Image: Female Moche mummy
Ira Block  /  National Geographic
The mummy of a Moche woman lies in her grave bundle with a golden bowl over her face and beads spilling from long-disintegrated necklaces. At the lower edge of the image, tattoos can be seen on the mummy's arm.
updated 5/16/2006 1:06:45 PM ET 2006-05-16T17:06:45

A female mummy with complex tattoos on her arms has been found in a ceremonial burial site in Peru, the National Geographic Society reported Tuesday.

The mummy was accompanied by ceremonial items including jewelry and weapons, and the remains of a teenage girl who had been sacrificed, archaeologists reported.

The burial was at a site called El Brujo on Peru’s north coast, near Trujillo.

They said the woman was part of the Moche culture, which thrived in the area between A.D. 1 and A.D. 700. The mummy was dated about A.D. 450.

The presence of gold jewelry and other fine items indicates the mummy was that of an important person, but anthropologist John Verano of Tulane University said the researchers are puzzled by the presence of war clubs, which are not usually found with females.

The woman had complex tattoos, distinct from others of the Moche, covering both arms and other areas. Bone scarring indicated the woman had given birth at least once. The cause of her death was not apparent.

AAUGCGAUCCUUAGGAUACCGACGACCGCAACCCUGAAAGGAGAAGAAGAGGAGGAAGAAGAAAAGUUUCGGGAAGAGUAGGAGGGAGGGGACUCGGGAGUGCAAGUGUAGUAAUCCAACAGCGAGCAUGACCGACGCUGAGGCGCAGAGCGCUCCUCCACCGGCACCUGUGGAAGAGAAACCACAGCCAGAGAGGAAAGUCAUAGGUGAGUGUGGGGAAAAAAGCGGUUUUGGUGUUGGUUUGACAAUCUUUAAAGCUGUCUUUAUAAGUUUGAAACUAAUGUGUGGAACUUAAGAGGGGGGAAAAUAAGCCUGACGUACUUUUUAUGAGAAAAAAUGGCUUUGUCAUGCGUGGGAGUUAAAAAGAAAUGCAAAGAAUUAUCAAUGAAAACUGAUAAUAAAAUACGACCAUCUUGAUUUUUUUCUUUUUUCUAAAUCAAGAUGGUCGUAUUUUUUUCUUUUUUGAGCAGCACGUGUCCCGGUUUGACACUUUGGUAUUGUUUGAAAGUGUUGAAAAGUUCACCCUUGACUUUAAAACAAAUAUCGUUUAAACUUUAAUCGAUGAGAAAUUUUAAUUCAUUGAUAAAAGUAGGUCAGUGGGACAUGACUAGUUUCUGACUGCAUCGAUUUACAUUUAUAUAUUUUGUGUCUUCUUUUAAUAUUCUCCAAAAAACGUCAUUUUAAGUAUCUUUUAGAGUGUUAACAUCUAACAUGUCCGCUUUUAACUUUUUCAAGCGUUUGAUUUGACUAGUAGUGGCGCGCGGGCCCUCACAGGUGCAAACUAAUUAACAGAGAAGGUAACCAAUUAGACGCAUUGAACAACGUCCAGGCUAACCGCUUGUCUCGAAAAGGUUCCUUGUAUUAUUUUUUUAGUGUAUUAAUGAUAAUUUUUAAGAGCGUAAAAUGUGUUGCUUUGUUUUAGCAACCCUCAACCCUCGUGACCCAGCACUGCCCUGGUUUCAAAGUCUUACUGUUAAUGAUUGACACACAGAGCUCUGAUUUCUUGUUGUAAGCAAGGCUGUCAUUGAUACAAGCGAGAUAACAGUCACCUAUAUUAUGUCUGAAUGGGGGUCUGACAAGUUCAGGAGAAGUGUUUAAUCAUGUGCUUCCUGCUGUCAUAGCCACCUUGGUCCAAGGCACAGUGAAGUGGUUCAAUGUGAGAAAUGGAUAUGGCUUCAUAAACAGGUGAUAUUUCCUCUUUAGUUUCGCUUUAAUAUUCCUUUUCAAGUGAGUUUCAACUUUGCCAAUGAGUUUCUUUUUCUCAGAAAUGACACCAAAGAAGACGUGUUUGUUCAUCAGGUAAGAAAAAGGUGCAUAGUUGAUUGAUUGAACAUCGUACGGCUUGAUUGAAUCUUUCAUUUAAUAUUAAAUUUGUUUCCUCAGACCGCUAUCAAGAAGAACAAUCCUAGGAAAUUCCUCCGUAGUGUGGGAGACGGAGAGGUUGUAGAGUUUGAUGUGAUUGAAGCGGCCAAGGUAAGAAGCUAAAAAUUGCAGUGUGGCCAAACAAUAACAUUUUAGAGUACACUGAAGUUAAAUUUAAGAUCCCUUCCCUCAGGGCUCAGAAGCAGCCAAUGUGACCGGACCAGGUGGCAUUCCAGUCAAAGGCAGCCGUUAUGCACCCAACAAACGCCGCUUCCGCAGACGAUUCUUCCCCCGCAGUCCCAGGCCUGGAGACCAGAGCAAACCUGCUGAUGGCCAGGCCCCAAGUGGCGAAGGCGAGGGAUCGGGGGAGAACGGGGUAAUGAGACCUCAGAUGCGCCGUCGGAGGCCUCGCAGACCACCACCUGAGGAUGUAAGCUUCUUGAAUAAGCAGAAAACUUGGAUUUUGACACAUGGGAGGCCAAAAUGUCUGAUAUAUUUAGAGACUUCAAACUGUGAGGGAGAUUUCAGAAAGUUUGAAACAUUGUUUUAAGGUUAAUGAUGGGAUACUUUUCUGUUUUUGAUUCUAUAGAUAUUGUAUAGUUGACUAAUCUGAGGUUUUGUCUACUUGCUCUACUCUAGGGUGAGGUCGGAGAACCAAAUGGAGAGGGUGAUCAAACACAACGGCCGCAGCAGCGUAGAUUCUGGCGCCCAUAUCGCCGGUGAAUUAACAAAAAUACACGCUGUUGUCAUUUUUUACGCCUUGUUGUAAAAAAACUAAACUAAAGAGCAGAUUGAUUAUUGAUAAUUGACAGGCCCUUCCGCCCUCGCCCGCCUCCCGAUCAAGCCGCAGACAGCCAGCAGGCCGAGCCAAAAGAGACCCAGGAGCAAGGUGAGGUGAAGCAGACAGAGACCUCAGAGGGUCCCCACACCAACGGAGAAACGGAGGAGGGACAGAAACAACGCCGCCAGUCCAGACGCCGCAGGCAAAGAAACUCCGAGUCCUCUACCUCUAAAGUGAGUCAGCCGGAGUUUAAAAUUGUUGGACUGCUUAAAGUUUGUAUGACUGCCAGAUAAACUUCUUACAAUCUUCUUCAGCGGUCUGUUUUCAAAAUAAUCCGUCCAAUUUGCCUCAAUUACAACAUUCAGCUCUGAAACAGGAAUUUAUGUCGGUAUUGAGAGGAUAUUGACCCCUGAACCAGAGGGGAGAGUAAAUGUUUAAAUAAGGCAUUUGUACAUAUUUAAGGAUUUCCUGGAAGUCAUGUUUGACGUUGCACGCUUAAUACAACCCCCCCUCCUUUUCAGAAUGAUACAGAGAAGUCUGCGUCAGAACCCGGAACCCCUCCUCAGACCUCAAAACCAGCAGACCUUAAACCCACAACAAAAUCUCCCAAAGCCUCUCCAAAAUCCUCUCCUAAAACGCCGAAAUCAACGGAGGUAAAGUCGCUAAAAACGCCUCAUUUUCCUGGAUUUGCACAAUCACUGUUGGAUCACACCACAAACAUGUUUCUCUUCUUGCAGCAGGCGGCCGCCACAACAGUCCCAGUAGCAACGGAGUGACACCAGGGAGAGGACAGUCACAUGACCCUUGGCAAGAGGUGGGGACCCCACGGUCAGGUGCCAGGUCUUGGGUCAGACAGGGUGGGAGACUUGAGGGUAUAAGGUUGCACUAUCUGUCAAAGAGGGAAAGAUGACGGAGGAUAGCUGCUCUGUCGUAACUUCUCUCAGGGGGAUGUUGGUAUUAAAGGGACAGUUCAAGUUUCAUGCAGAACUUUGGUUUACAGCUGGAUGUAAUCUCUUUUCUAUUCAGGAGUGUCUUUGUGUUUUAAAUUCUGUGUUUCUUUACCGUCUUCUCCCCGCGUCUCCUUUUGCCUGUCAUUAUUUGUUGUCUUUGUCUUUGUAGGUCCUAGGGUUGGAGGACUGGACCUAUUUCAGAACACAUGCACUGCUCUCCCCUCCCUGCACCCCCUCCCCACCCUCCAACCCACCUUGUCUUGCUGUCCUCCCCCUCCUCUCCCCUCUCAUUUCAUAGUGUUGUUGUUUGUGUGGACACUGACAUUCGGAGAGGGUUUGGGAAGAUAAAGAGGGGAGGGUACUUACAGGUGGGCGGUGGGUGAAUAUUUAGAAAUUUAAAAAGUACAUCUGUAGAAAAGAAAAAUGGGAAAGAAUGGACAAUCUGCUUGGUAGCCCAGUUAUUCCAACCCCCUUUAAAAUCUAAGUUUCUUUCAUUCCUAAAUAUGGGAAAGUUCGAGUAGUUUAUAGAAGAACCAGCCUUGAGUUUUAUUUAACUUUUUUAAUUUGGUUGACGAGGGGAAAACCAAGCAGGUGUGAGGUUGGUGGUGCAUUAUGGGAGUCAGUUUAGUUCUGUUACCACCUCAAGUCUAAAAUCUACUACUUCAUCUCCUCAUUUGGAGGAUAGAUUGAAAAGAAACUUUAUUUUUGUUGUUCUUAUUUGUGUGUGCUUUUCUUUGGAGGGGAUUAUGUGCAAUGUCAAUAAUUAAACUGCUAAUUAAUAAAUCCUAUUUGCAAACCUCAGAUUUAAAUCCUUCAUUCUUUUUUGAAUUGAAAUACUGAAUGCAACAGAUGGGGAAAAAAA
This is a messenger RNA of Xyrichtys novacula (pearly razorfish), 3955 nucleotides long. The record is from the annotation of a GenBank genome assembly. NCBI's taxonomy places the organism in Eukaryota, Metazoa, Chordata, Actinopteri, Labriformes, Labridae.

Image: Burial site
Ira Block  /  National Geographic
The burial site that held the tattooed mummy was part of an ornate enclosure holding four graves, at a ceremonial site known as El Brujo — “the Wizard.”

Verano said she would have been considered an adult in her prime. Some Moche people reached their 60s and 70s.

The grave also contained headdresses, jewelry made of gold and semiprecious stones, war clubs, spear throwers, gold sewing needles, weaving tools and raw cotton.

“Perhaps she was a female warrior, or maybe the war clubs and spear throwers were symbols of power that were funeral gifts from men,” Verano said. In the thousands of Moche tombs previously exposed, no female warrior has been identified.

The find is described in the June issue of National Geographic magazine.

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